In conclusion, we have developed an effective aqueous-phase approach to CdS MSC-360 at room temperature and have explored the formation pathway. CdCl2 and TU are used as the respective Cd and S sources, with MPA as the ligand. For the synthesis, a mixture with the feed molar ratio of 2CdCl2-8MPA-20KOH-1TU is prepared; the mixture is then added to deionized water followed by the addition of BTA. The CdCl2 concentration in the resulting solution is 2.0 mM. The presence of BTA is a prerequisite for the room-temperature evolution of CdS MSC-360 (Fig. 1). While the amount of BTA matters, other primary amines such as PrA and ETA also promote the room-temperature evolution of MSC-360 (Fig. 2). The primary amine assists the room-temperature decomposition of TU in the presence of CdCl2 (Supplementary Fig. 10). Furthermore, the CdCl2 concentration matters (Fig. 3), due to the possible aggregation with the CAC of ~4.0 mM. Larger CdCl2 concentration give rise to larger aggregates. We argue that a Cd–MPA complex forms in a 2CdCl2-8MPA-20KOH solution with a basic environment (pH = ~12), in which the thiol and carboxyl groups of MPA are both deprotonated and a coordination interaction occurs between the former group and CdCl2 (Fig. 4). The comprehensive identification of the aggregation, which is dominated by the Cd–MPA complex with the CAC of ~4.0 mM, supports that the mechanism of the nucleation and growth of QDs is more complicated in aqueous-phase syntheses than in organic-phase ones30,37. We propose that the reactivity of TU is enhanced via the coordination with the Cd–MPA complex, followed by the BTA-assisted decomposition of the activated TU, which facilitates the room-temperature formation of Cd–S covalent bonds. Supplementary Fig. 20 depicts the possible reactions that could be involved in the BTA-assisted decomposition of TU, similar to those hypothesized for the BTA-assisted decomposition of diphenyl TU in DMF43. In deionized water, CdS MSC-360 (purified) disappears gradually; however, when BTA is introduced, the population of CdS MSC-360 recovers (Fig. 5). Thus, the formation pathway of aqueous-phase MSCs follows the PC to MSC transformation, similar to that in the organic-phase evolution18,19,20,21,22,23,24,25,26,27,28. The findings introduce a room-temperature aqueous-phase approach to forming semiconductor CdS MSC-360. As always, it is impossible to have a complete understanding of the formation mechanism from one study. The formation and aggregation of the Cd–MPA complex in basic aqueous environments have been quite unexpected and should be conceptually helpful even when other ligands are used. For the approach developed, we are actively exploring its applicability for the synthesis of other II–VI semiconductor MSCs, such as those of CdSe and CdTe. The present study brings deeper insights for the formation pathway of colloidal semiconductor MSCs, conveying comprehension into the pre-nucleation stage and contributing to the advance of the nanocrystal synthesis from an empirical art to science.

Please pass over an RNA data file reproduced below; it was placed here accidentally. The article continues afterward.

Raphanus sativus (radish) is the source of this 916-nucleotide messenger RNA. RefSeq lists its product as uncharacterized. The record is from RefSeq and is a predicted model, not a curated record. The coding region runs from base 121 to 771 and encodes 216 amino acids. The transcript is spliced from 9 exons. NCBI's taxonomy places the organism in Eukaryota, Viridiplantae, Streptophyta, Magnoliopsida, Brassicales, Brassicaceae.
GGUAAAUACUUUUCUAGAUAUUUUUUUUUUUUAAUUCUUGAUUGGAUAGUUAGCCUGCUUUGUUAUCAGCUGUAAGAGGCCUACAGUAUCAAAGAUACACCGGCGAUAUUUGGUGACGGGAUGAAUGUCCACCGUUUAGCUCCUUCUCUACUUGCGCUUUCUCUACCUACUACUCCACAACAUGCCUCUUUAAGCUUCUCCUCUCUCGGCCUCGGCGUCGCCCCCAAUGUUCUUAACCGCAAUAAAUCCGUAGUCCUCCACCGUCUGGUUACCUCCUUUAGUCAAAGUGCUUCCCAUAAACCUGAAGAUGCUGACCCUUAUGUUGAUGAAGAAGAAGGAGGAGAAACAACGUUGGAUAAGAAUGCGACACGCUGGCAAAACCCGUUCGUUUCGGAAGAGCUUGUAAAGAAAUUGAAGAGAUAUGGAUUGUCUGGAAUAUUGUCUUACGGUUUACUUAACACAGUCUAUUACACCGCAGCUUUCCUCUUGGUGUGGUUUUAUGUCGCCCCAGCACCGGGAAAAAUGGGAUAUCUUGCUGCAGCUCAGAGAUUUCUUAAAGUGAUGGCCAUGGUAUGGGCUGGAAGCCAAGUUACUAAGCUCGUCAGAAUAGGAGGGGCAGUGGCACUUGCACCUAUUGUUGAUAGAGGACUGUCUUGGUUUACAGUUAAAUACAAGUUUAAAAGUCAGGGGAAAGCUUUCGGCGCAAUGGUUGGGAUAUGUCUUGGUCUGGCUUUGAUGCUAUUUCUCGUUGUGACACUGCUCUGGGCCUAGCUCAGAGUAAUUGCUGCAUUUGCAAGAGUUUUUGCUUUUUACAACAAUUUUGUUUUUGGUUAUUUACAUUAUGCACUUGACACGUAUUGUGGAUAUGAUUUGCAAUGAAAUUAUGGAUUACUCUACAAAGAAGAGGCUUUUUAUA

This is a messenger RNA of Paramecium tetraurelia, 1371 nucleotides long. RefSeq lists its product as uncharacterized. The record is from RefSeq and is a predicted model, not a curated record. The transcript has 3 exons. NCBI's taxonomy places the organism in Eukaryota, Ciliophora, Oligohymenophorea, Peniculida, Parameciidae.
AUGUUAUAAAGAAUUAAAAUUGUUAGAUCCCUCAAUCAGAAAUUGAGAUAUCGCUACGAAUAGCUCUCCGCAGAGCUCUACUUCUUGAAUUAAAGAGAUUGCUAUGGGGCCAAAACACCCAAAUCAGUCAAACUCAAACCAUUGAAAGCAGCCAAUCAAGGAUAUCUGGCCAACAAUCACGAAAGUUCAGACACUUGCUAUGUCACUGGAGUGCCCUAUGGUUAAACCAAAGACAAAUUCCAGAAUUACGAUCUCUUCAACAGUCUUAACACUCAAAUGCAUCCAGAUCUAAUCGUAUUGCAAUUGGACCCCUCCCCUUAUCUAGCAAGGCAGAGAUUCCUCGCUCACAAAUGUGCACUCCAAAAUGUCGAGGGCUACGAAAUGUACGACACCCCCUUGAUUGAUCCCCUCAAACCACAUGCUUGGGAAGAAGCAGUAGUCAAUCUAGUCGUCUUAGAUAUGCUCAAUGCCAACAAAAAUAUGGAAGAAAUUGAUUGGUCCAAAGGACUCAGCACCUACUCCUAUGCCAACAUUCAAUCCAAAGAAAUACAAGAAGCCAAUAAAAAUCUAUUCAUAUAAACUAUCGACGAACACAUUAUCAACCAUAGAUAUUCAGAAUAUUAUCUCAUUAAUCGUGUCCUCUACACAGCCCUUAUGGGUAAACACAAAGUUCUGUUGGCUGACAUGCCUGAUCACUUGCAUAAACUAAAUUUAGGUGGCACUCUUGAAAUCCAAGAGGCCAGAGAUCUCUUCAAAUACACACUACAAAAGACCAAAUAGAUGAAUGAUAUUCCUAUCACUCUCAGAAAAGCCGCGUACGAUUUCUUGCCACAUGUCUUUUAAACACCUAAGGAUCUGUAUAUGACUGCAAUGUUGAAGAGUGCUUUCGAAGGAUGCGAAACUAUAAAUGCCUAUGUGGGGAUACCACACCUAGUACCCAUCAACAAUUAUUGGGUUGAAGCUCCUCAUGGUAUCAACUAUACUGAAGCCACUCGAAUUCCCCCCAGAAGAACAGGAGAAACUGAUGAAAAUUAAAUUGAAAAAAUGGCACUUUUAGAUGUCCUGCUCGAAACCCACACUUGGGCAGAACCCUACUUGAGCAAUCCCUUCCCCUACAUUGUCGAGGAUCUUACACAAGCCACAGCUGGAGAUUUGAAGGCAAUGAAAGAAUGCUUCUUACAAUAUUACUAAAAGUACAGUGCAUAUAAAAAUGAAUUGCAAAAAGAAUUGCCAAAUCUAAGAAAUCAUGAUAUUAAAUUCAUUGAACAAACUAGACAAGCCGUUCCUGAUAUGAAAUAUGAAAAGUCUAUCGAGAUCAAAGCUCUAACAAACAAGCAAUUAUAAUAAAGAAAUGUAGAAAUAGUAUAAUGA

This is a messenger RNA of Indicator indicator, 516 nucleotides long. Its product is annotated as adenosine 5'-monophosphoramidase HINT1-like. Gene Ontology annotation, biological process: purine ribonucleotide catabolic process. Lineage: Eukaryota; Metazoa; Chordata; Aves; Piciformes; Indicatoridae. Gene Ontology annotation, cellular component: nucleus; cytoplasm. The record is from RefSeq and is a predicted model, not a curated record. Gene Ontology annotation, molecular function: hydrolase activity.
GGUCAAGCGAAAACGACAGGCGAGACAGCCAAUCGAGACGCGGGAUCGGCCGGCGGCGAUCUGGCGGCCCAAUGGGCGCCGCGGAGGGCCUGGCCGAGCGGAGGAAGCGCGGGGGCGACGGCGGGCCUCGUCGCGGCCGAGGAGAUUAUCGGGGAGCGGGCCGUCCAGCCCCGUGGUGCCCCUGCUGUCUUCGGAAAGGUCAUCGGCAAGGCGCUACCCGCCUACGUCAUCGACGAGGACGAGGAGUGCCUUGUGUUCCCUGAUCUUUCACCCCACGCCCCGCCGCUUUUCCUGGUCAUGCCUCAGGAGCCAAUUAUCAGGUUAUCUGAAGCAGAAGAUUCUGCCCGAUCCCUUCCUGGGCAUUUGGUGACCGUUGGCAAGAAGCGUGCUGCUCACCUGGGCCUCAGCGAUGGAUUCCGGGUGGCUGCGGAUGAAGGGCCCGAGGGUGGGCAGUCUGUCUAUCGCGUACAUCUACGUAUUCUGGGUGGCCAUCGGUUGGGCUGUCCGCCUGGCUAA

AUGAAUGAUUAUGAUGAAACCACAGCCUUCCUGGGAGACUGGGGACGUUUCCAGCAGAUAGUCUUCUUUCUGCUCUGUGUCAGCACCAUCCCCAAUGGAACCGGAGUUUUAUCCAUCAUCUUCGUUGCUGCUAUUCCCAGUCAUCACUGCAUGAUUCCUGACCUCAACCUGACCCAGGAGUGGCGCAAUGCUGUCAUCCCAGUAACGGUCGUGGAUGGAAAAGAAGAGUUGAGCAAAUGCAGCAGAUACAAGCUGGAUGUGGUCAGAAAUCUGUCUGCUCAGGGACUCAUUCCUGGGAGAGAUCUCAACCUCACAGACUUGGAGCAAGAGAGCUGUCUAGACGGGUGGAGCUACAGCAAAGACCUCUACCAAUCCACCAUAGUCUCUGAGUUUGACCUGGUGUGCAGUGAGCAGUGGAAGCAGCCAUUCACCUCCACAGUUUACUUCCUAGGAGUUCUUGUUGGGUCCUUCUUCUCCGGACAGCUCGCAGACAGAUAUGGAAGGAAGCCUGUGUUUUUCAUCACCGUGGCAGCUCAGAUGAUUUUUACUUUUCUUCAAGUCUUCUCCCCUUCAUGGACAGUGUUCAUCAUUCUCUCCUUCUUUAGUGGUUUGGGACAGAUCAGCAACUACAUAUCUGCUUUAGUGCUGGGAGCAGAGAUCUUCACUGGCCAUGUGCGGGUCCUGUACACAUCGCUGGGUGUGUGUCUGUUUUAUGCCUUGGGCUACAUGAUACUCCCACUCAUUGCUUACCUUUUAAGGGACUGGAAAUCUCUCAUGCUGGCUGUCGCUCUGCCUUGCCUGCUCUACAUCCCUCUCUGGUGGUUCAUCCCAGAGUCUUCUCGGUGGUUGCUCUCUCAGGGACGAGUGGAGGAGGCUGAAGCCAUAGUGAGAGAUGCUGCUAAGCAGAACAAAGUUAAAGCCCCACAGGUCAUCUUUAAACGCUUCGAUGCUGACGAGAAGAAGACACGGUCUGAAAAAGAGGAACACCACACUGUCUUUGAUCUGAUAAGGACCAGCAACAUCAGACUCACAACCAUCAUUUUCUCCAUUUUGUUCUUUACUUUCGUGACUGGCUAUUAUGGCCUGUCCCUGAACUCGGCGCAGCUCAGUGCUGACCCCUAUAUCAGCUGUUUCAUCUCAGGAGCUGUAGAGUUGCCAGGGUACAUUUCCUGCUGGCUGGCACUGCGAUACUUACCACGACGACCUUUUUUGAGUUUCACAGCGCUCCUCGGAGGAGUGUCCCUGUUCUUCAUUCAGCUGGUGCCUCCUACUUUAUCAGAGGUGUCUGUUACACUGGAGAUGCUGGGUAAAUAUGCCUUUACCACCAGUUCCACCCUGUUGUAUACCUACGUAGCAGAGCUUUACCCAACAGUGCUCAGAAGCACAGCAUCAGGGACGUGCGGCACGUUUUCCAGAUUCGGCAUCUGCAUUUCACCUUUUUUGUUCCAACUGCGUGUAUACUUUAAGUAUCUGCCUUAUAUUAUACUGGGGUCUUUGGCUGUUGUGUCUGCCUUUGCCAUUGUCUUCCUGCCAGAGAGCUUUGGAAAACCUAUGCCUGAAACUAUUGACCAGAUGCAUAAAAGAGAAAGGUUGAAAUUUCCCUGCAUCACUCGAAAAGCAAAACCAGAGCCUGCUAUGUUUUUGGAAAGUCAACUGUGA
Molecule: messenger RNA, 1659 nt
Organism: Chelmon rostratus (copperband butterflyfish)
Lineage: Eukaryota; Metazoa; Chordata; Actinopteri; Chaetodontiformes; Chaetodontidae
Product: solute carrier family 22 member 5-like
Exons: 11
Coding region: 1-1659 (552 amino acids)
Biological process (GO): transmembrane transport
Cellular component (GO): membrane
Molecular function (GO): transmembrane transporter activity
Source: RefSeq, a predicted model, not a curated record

MPA (99%), BTA (99%), ETA aqueous solution (ETA, 70%), deuterium oxide (D2O, 99%), and pyrene (99%) were purchased from Aldrich. CdCl2·2.5H2O (99%) and TU (99%) were purchased from Chengdu Kelong Chemical. Ethanol (99%) was from Chengdu Haixin Chemical. Potassium hydroxide (KOH, 99%) and propylamine (PrA, 99%) were obtained from Tianjin Zhiyuan Chemical. All the chemicals are used without purification (except stated otherwise).

Preparation of Cd and S precursor stock solutions and CdS MSCs

A Cd precursor stock solution was prepared by dissolving CdCl2·2.5H2O (0.1827 g, 0.8 mmol) in deionized water (5.0 mL) with MPA (279 μL, 1.6 mmol), to which KOH solution (5 M, about 1.6 mL) was added to adjust the pH to about 11.7. Additional deionized water was added to make the total volume of 10.0 mL, with the pH changed little. A S precursor stock solution was obtained by dissolving TU (0.0304 g, 0.4 mmol) in deionized water (10.0 mL). For the room-temperature aqueous-phase synthesis of CdS MSCs (such as shown in Fig. 1a), 75 μL Cd precursor solution and 75 μL S precursor solution were mixed together; the resulting mixture was added into 1.35 mL deionized water, followed by the addition of 1.5 mL BTA. It is noteworthy that the aqueous solution has apparent pH values of 11.0 and 13.0 before and after the addition of BTA. The resulting solution consisting of CdCl2 (2.0 mM), TU (1.0 mM), and MPA (8.0 mM) was then allowed to react at room temperature for various durations. The colloidal reaction system remains stable up to 3 days.